Update: Per Downpuppy’s comments below — yes, McArdle qualifies the phrase “show trial” with “of the last decade,” meaning, I guess, something to do with Enron or the like.

But the point I’m trying to get across here, expressed perhaps a little too elliptically above, is that the use of an term like “show trial,” even qualified, is of a piece with a broader rhetorical move on the seditious right to conflate, say, a mild, originally conservative-supported health care reform with a vast government overreach of a scale Stalin or Hitler would recognize.  There is a kind of dual outrage inflation/sense or judgment dulling that comes with  the use of words like statism, or over reach, or socialism or fascism — or show trials, with all the 20th century baggage that such an epithet evokes.

In this context, besides being incoherent (what does she have in mind as a show trial of  2001-2010 decade?  I really got nuthin, unless she truly does believe that Ken Lay and Andy Fastow are martyrs on the altar of Ms.Rand) McArdle’s attempt to qualify her use of the loaded “show trial” is merely a fig leaf, really a tell:  that she has to modify her rhetoric here strongly suggest that she knows just how noxious it really is.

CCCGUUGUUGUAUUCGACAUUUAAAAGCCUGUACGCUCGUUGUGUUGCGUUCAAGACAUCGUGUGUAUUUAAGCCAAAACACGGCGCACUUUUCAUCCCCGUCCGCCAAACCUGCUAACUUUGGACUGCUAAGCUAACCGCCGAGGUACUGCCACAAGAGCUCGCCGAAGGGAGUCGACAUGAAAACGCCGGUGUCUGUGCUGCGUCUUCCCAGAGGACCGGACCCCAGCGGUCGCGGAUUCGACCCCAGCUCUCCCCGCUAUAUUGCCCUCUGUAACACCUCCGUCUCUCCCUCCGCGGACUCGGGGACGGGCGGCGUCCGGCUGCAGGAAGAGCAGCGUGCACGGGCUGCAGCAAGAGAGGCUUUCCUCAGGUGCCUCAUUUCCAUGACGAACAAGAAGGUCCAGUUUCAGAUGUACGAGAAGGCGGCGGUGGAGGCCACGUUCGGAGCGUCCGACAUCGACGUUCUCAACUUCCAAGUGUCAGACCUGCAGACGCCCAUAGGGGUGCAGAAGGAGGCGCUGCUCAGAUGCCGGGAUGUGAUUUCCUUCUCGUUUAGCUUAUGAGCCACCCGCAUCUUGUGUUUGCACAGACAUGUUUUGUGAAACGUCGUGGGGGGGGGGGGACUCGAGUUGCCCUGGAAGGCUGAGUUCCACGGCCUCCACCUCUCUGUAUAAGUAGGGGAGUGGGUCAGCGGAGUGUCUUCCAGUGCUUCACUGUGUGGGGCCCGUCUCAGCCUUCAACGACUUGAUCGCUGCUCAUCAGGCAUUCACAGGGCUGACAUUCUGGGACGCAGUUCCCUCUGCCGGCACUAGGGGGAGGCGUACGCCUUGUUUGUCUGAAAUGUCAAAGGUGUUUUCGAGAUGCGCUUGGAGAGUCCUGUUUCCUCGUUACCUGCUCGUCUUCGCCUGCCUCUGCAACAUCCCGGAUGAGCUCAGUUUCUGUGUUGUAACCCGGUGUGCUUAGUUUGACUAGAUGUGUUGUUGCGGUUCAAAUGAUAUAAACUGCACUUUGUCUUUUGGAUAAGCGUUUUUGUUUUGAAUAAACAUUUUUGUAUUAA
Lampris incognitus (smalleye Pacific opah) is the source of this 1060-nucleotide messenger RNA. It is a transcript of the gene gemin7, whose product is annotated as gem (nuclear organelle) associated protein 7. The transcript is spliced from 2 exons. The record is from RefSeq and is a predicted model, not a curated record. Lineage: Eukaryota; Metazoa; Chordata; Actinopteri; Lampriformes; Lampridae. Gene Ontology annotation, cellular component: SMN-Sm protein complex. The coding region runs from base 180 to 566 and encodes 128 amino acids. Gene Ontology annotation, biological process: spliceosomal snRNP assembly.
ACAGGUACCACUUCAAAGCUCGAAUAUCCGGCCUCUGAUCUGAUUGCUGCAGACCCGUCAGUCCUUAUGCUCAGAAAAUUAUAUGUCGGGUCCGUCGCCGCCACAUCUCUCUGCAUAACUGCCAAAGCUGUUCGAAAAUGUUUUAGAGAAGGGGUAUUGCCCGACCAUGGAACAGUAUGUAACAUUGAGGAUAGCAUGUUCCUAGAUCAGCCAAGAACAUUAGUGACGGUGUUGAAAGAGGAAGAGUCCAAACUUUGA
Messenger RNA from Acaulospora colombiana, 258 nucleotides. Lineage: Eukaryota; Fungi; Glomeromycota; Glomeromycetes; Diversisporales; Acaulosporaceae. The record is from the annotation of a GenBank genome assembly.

Image:  Édouard Manet, The Execution of Emperor Maximilian, 1867

Quote for the Day: Financial Crisis/Warren Buffet Edition

October 17, 2008

From today’s NYT op-ed by the Sage of Omaha:

I don’t like to opine on the stock market, and again I emphasize that I have no idea what the market will do in the short term. Nevertheless, I’ll follow the lead of a restaurant that opened in an empty bank building and then advertised: “Put your mouth where your money was.” Today my money and my mouth both say equities.

I get the restaurant line.  But actually visualizing the thought when I consider all the places my money has been?  Not such a pretty picture

Can Anyone Tell Me What John McCain Is Saying Here?

September 18, 2008

Further to the thought in this post: